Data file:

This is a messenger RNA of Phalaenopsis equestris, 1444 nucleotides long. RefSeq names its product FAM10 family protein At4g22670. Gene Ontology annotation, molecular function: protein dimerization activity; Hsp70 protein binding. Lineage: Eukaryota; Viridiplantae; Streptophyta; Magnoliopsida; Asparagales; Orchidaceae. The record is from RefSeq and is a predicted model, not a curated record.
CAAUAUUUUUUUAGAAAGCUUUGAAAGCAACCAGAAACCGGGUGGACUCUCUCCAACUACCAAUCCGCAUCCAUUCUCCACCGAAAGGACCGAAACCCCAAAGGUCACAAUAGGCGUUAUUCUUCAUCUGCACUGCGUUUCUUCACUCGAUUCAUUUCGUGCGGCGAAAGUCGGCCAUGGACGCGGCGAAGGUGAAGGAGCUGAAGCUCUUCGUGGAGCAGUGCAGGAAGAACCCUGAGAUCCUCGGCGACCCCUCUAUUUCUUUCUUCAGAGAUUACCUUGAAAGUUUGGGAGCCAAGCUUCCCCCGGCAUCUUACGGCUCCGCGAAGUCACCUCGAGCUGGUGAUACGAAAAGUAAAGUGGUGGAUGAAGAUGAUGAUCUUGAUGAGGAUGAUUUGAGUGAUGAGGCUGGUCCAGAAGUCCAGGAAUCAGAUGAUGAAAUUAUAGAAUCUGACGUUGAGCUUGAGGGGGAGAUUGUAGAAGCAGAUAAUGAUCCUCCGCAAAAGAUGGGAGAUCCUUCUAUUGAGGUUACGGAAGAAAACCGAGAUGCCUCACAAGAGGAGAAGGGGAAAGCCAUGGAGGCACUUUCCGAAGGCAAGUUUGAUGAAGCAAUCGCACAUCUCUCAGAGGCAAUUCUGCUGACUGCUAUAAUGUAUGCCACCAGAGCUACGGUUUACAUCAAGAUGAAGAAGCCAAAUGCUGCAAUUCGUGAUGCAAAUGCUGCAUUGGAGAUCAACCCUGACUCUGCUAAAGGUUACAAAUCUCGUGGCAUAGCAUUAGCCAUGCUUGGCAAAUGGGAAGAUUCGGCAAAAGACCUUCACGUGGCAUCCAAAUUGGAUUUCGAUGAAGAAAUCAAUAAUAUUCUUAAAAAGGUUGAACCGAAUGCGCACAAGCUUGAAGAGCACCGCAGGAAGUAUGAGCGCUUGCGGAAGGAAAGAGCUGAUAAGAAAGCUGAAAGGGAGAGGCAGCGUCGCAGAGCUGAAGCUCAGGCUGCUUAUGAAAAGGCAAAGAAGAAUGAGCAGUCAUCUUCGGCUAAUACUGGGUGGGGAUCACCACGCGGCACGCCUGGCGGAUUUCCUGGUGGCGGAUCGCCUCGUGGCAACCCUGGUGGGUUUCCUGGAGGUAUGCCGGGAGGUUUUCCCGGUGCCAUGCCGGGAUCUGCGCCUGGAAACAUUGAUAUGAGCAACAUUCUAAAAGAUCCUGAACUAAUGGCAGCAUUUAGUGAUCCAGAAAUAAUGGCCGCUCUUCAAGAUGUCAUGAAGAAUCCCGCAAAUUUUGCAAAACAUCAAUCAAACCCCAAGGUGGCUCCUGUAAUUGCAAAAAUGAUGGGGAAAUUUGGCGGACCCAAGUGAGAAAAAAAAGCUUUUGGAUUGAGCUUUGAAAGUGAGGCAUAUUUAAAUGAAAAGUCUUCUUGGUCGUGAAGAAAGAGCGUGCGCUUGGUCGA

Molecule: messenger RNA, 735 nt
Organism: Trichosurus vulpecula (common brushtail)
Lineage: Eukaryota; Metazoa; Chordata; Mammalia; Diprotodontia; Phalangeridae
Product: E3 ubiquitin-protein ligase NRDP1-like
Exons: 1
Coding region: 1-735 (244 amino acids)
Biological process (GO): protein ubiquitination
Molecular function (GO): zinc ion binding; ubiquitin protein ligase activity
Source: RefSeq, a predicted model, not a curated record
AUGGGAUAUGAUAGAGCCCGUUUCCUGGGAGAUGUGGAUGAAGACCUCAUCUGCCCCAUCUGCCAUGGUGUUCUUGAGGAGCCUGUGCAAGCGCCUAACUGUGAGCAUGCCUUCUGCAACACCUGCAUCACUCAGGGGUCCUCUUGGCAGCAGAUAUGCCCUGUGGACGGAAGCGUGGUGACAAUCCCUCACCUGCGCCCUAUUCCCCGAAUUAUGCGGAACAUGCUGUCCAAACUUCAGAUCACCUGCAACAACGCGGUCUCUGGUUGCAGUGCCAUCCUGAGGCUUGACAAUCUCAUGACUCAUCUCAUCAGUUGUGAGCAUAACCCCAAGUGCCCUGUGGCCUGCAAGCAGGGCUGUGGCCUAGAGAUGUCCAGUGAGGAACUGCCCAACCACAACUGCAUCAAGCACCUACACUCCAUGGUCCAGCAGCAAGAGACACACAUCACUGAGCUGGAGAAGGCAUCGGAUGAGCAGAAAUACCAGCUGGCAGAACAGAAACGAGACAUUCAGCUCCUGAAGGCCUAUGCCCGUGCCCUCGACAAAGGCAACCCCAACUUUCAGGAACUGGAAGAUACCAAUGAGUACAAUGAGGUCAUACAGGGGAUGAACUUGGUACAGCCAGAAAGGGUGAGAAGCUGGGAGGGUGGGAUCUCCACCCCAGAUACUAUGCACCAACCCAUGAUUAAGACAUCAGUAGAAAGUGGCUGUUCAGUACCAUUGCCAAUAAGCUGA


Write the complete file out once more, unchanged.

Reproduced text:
This is a messenger RNA of Phalaenopsis equestris, 1444 nucleotides long. RefSeq names its product FAM10 family protein At4g22670. Gene Ontology annotation, molecular function: protein dimerization activity; Hsp70 protein binding. Lineage: Eukaryota; Viridiplantae; Streptophyta; Magnoliopsida; Asparagales; Orchidaceae. The record is from RefSeq and is a predicted model, not a curated record.
CAAUAUUUUUUUAGAAAGCUUUGAAAGCAACCAGAAACCGGGUGGACUCUCUCCAACUACCAAUCCGCAUCCAUUCUCCACCGAAAGGACCGAAACCCCAAAGGUCACAAUAGGCGUUAUUCUUCAUCUGCACUGCGUUUCUUCACUCGAUUCAUUUCGUGCGGCGAAAGUCGGCCAUGGACGCGGCGAAGGUGAAGGAGCUGAAGCUCUUCGUGGAGCAGUGCAGGAAGAACCCUGAGAUCCUCGGCGACCCCUCUAUUUCUUUCUUCAGAGAUUACCUUGAAAGUUUGGGAGCCAAGCUUCCCCCGGCAUCUUACGGCUCCGCGAAGUCACCUCGAGCUGGUGAUACGAAAAGUAAAGUGGUGGAUGAAGAUGAUGAUCUUGAUGAGGAUGAUUUGAGUGAUGAGGCUGGUCCAGAAGUCCAGGAAUCAGAUGAUGAAAUUAUAGAAUCUGACGUUGAGCUUGAGGGGGAGAUUGUAGAAGCAGAUAAUGAUCCUCCGCAAAAGAUGGGAGAUCCUUCUAUUGAGGUUACGGAAGAAAACCGAGAUGCCUCACAAGAGGAGAAGGGGAAAGCCAUGGAGGCACUUUCCGAAGGCAAGUUUGAUGAAGCAAUCGCACAUCUCUCAGAGGCAAUUCUGCUGACUGCUAUAAUGUAUGCCACCAGAGCUACGGUUUACAUCAAGAUGAAGAAGCCAAAUGCUGCAAUUCGUGAUGCAAAUGCUGCAUUGGAGAUCAACCCUGACUCUGCUAAAGGUUACAAAUCUCGUGGCAUAGCAUUAGCCAUGCUUGGCAAAUGGGAAGAUUCGGCAAAAGACCUUCACGUGGCAUCCAAAUUGGAUUUCGAUGAAGAAAUCAAUAAUAUUCUUAAAAAGGUUGAACCGAAUGCGCACAAGCUUGAAGAGCACCGCAGGAAGUAUGAGCGCUUGCGGAAGGAAAGAGCUGAUAAGAAAGCUGAAAGGGAGAGGCAGCGUCGCAGAGCUGAAGCUCAGGCUGCUUAUGAAAAGGCAAAGAAGAAUGAGCAGUCAUCUUCGGCUAAUACUGGGUGGGGAUCACCACGCGGCACGCCUGGCGGAUUUCCUGGUGGCGGAUCGCCUCGUGGCAACCCUGGUGGGUUUCCUGGAGGUAUGCCGGGAGGUUUUCCCGGUGCCAUGCCGGGAUCUGCGCCUGGAAACAUUGAUAUGAGCAACAUUCUAAAAGAUCCUGAACUAAUGGCAGCAUUUAGUGAUCCAGAAAUAAUGGCCGCUCUUCAAGAUGUCAUGAAGAAUCCCGCAAAUUUUGCAAAACAUCAAUCAAACCCCAAGGUGGCUCCUGUAAUUGCAAAAAUGAUGGGGAAAUUUGGCGGACCCAAGUGAGAAAAAAAAGCUUUUGGAUUGAGCUUUGAAAGUGAGGCAUAUUUAAAUGAAAAGUCUUCUUGGUCGUGAAGAAAGAGCGUGCGCUUGGUCGA

Molecule: messenger RNA, 735 nt
Organism: Trichosurus vulpecula (common brushtail)
Lineage: Eukaryota; Metazoa; Chordata; Mammalia; Diprotodontia; Phalangeridae
Product: E3 ubiquitin-protein ligase NRDP1-like
Exons: 1
Coding region: 1-735 (244 amino acids)
Biological process (GO): protein ubiquitination
Molecular function (GO): zinc ion binding; ubiquitin protein ligase activity
Source: RefSeq, a predicted model, not a curated record
AUGGGAUAUGAUAGAGCCCGUUUCCUGGGAGAUGUGGAUGAAGACCUCAUCUGCCCCAUCUGCCAUGGUGUUCUUGAGGAGCCUGUGCAAGCGCCUAACUGUGAGCAUGCCUUCUGCAACACCUGCAUCACUCAGGGGUCCUCUUGGCAGCAGAUAUGCCCUGUGGACGGAAGCGUGGUGACAAUCCCUCACCUGCGCCCUAUUCCCCGAAUUAUGCGGAACAUGCUGUCCAAACUUCAGAUCACCUGCAACAACGCGGUCUCUGGUUGCAGUGCCAUCCUGAGGCUUGACAAUCUCAUGACUCAUCUCAUCAGUUGUGAGCAUAACCCCAAGUGCCCUGUGGCCUGCAAGCAGGGCUGUGGCCUAGAGAUGUCCAGUGAGGAACUGCCCAACCACAACUGCAUCAAGCACCUACACUCCAUGGUCCAGCAGCAAGAGACACACAUCACUGAGCUGGAGAAGGCAUCGGAUGAGCAGAAAUACCAGCUGGCAGAACAGAAACGAGACAUUCAGCUCCUGAAGGCCUAUGCCCGUGCCCUCGACAAAGGCAACCCCAACUUUCAGGAACUGGAAGAUACCAAUGAGUACAAUGAGGUCAUACAGGGGAUGAACUUGGUACAGCCAGAAAGGGUGAGAAGCUGGGAGGGUGGGAUCUCCACCCCAGAUACUAUGCACCAACCCAUGAUUAAGACAUCAGUAGAAAGUGGCUGUUCAGUACCAUUGCCAAUAAGCUGA